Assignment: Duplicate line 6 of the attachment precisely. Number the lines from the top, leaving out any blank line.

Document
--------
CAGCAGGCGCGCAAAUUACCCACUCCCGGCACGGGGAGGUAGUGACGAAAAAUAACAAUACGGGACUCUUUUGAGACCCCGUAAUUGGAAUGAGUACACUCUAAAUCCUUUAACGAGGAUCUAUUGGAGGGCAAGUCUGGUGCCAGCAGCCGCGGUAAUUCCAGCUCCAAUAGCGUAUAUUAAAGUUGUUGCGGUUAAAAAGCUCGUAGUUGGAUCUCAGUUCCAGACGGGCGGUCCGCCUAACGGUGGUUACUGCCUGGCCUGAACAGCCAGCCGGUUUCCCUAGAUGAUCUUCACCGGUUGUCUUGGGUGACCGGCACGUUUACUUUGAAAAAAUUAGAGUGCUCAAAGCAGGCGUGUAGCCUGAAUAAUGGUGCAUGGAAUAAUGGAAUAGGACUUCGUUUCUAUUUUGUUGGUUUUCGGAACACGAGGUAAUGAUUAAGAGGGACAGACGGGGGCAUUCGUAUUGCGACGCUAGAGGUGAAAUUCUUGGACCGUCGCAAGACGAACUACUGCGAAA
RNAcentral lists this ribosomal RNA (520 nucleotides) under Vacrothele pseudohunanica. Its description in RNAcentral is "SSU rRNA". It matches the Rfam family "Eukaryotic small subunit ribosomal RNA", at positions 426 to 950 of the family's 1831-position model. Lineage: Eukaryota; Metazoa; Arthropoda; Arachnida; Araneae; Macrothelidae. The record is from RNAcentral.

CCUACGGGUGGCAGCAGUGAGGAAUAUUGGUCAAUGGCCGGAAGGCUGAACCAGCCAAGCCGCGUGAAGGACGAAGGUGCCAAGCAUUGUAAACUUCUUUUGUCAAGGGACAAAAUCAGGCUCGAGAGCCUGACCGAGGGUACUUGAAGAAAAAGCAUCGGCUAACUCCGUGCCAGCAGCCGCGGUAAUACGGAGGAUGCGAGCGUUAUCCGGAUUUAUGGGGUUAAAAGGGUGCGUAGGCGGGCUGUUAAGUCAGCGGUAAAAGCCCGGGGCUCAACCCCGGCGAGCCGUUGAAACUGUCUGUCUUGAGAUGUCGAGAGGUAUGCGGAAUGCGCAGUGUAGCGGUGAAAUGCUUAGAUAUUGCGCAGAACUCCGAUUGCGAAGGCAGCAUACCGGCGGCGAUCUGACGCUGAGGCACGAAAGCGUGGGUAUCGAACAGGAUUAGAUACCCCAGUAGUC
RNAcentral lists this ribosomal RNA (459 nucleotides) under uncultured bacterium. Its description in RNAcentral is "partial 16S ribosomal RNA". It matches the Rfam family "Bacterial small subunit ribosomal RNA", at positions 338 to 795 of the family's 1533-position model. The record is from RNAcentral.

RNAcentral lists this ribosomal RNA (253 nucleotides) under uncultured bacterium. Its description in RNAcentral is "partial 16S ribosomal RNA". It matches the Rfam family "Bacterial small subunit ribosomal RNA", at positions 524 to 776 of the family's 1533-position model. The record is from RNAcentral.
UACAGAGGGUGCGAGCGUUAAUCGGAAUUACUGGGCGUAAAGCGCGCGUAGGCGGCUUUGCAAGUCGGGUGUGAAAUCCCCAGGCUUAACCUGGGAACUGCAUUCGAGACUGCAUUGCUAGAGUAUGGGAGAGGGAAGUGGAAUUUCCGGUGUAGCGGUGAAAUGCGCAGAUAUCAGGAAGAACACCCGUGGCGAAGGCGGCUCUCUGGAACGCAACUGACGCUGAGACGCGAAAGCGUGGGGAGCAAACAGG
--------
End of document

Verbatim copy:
UACAGAGGGUGCGAGCGUUAAUCGGAAUUACUGGGCGUAAAGCGCGCGUAGGCGGCUUUGCAAGUCGGGUGUGAAAUCCCCAGGCUUAACCUGGGAACUGCAUUCGAGACUGCAUUGCUAGAGUAUGGGAGAGGGAAGUGGAAUUUCCGGUGUAGCGGUGAAAUGCGCAGAUAUCAGGAAGAACACCCGUGGCGAAGGCGGCUCUCUGGAACGCAACUGACGCUGAGACGCGAAAGCGUGGGGAGCAAACAGG